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InterVenn Biosciences Using New Funding to Develop Glycoproteomic Immunotherapy Response Assay


NEW YORK – Fresh off a $201 million Series C funding round, glycoproteomics firm InterVenn Biosciences is targeting the cancer immunotherapy market with a new clinical assay to predict treatment response.

The South San Francisco-based company has shifted from its initial focus on ovarian and colorectal cancer to prioritize its Dawn product, a blood-based glycoproteomic assay intended to help doctors predict which patients will respond to checkpoint inhibitors, said John Leite, InterVenn's chief business officer, adding that the company aimed to launch that product in 2022.

"That is going to be our marquee product to go to market and to really introduce [InterVenn's glycoproteomics] platform to the industry," he said.

InterVenn was launched in March 2018 to commercialize glycoproteomic analysis methods developed by University of California, Davis professor Carlito Lebrilla and Stanford University professor Carolyn Bertozzi, both cofounders of the firm. Protein glycosylation, in which sugars modify various amino acids, is a common post-translational modification and an important phenomenon in the biology of various diseases, including many cancers. Given this, researchers have long considered glycoproteins to have high potential as biomarkers, and, in fact, more than half of the cancer protein markers currently approved by the US Food and Drug Administration are glycoproteins.

With regard to the relationship between circulating glycoproteins and patient response to cancer immunotherapies, "the precise biology … is still a matter of investigation," Leite said. "In our current data, we see very tight and statistically significant associations between certain glycosylated states of certain circulating serum proteins and the status of patients as responders or non-responders to a variety of different checkpoint inhibitors."

InterVenn is one of many life science firms trying to tackle the cancer immunotherapy market, where new and better markers for predicting patient response are sorely needed.

"The landscape of biomarkers that can effectively stratify patients into responders and non-responders is not great," Leite noted. "Tumor mutation burden, microsatellite instability, PDL-1 expression, they all have limitations and have proven not to be as effective as we once hoped they would be."

Leite said the company is now building on its initial validation work for the Dawn assay with new validation sets "to comprise what in essence will be the validation data that we will go to market with."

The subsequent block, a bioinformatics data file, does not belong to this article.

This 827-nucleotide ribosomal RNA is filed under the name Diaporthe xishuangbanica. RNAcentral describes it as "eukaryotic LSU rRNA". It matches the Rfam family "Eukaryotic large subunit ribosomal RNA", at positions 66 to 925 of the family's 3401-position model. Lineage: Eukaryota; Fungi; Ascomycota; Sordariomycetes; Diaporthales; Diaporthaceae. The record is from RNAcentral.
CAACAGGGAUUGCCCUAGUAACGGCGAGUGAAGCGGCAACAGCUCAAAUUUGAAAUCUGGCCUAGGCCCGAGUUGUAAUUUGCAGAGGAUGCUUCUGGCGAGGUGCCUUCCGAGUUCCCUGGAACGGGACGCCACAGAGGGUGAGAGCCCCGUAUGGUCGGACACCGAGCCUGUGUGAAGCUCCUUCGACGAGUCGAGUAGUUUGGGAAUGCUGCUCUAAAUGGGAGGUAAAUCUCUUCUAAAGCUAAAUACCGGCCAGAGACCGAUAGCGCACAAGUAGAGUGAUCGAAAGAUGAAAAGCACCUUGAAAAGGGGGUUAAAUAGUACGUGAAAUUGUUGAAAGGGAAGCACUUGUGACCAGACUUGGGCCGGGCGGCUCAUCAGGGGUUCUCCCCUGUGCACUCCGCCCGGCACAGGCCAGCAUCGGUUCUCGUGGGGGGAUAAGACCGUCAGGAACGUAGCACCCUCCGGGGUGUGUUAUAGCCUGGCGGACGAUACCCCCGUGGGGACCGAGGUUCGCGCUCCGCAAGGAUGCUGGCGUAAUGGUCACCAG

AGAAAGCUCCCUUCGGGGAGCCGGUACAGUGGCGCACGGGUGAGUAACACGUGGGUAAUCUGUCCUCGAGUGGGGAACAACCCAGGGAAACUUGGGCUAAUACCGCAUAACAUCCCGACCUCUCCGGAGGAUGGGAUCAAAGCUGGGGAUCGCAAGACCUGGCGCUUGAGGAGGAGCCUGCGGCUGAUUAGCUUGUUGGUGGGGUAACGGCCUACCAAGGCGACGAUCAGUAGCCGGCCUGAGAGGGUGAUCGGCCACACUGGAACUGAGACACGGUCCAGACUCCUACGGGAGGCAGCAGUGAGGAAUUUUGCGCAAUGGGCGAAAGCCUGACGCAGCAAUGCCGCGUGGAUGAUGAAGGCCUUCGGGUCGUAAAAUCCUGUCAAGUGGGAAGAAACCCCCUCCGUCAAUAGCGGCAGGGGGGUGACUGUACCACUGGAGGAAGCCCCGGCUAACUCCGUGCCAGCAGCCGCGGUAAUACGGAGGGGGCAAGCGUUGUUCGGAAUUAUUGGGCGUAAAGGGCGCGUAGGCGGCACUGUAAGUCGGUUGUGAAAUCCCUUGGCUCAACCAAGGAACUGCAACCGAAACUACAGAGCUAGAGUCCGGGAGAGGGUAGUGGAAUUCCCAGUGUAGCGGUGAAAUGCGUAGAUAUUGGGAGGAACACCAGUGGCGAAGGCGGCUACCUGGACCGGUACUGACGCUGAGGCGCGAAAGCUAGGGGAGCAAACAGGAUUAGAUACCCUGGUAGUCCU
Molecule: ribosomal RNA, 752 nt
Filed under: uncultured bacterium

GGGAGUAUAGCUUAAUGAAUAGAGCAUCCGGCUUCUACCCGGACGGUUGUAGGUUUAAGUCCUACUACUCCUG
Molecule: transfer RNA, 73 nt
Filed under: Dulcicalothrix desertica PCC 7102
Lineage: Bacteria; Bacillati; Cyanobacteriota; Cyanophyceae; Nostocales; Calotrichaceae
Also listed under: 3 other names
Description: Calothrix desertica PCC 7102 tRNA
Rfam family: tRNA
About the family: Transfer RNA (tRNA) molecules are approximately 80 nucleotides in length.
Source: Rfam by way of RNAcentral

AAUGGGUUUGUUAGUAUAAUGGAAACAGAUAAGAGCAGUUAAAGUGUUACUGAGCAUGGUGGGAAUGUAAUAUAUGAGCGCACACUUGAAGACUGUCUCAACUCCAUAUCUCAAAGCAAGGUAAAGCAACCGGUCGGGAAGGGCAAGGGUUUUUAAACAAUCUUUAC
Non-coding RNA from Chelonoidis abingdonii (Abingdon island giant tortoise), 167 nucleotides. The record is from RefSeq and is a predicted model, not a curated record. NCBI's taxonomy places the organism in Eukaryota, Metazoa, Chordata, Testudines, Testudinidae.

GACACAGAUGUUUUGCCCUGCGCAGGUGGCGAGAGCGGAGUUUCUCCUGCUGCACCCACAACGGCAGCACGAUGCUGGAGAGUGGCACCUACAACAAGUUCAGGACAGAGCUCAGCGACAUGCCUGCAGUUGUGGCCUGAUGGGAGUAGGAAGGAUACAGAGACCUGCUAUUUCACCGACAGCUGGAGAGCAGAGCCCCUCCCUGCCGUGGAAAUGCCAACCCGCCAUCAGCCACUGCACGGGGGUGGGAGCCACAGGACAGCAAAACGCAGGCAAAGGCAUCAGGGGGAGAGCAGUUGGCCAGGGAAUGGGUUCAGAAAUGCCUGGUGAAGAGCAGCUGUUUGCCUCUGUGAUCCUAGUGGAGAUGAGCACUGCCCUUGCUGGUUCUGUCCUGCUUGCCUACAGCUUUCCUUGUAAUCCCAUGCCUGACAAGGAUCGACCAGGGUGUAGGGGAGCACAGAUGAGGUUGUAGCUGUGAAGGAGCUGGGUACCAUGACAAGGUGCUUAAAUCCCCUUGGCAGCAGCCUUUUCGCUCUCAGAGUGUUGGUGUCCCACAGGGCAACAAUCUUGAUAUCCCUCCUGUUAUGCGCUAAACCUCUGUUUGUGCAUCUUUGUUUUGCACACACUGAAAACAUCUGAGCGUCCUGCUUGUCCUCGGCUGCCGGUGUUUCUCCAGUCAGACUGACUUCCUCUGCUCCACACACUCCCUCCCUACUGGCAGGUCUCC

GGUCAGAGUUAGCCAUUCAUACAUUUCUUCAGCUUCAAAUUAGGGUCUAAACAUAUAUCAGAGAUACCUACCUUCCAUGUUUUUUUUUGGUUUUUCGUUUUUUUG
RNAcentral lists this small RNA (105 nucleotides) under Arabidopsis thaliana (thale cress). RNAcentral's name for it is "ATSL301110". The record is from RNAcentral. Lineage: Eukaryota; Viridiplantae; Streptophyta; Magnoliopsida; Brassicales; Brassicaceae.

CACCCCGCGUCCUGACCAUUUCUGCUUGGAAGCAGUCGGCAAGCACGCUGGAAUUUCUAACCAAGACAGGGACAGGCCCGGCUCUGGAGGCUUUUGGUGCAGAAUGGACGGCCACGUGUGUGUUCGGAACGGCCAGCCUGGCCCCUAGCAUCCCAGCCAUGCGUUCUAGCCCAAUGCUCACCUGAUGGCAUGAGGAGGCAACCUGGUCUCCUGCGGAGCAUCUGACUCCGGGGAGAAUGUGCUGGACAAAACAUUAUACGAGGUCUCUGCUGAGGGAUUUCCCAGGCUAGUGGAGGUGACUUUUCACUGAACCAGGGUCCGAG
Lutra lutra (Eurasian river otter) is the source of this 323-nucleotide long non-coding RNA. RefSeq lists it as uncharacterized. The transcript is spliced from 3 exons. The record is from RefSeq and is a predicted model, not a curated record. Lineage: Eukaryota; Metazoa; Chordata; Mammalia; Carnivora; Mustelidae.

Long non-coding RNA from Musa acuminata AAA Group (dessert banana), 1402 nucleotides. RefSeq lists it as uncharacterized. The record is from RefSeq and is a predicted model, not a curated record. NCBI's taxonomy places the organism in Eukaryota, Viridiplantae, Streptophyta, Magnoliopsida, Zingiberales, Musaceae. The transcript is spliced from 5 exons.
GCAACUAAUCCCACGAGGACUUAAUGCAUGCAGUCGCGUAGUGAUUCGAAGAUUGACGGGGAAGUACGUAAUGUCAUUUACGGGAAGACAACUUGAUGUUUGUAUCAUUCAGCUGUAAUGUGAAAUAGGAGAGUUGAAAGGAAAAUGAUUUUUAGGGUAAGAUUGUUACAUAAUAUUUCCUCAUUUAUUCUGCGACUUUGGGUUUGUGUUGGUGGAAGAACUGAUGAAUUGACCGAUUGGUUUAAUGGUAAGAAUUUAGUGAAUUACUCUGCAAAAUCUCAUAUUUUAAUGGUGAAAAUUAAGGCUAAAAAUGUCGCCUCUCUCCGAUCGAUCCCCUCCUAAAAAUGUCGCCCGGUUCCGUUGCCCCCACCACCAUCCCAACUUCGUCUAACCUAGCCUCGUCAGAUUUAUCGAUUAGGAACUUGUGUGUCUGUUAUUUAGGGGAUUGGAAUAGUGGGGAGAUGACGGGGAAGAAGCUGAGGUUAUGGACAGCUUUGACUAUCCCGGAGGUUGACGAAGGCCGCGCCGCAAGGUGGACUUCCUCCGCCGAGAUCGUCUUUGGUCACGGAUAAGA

He said that this validation work would be "a multi-institutional, retrospective study." He declined to say how many samples InterVenn has evaluated the assay in thus far or how many it plans to analyze in total.

Leite said InterVenn aims to launch the assay commercially next year out of its South San Francisco CLIA facility.

While Dawn is now the company's lead product, InterVenn is continuing work on its ovarian cancer diagnostic, Glori, which uses glycoprotein measurements to assess whether a pelvic mass is likely benign or malignant, and whether it should be removed by a gynecologist or a gynecologic oncologist.

The company began enrolling for its VOCAL, short for InterVenn Ovarian CAncer Liquid Biopsy, prospective validation study for the test in 2019 and aims to complete enrollment by the end of the year, said Erwin Estigarribia, InterVenn's chief operating officer. It is recruiting patients at 23 locations across the US, Malaysia, and the Philippines, with the goal of enrolling around 1,200 subjects.

The company said in June that an interim analysis of the Glori test showed it performed with an overall accuracy of 86 percent, though the firm has not provided performance data by stage or presented it in a peer-reviewed publication.

Leite said that "it is our intent to put that product to market as quickly as we can," adding that it planned to commercialize the test through a distribution partner.

If Glori does come to market, its primary competitor will be Aspira Women's Health's OVA1 assay, which is also intended to determine whether women with a pelvic mass should have their surgery done by a gynecologist or a gynecologic oncologist. While OVA1 has produced sluggish sales for most of its 10-year history, Aspira had managed, with the combination of a next-generation test with higher sensitivity and increased investment in an internal sales force, to nearly double OVA1 sales volume prior to the onset of the SARS-CoV-2 pandemic.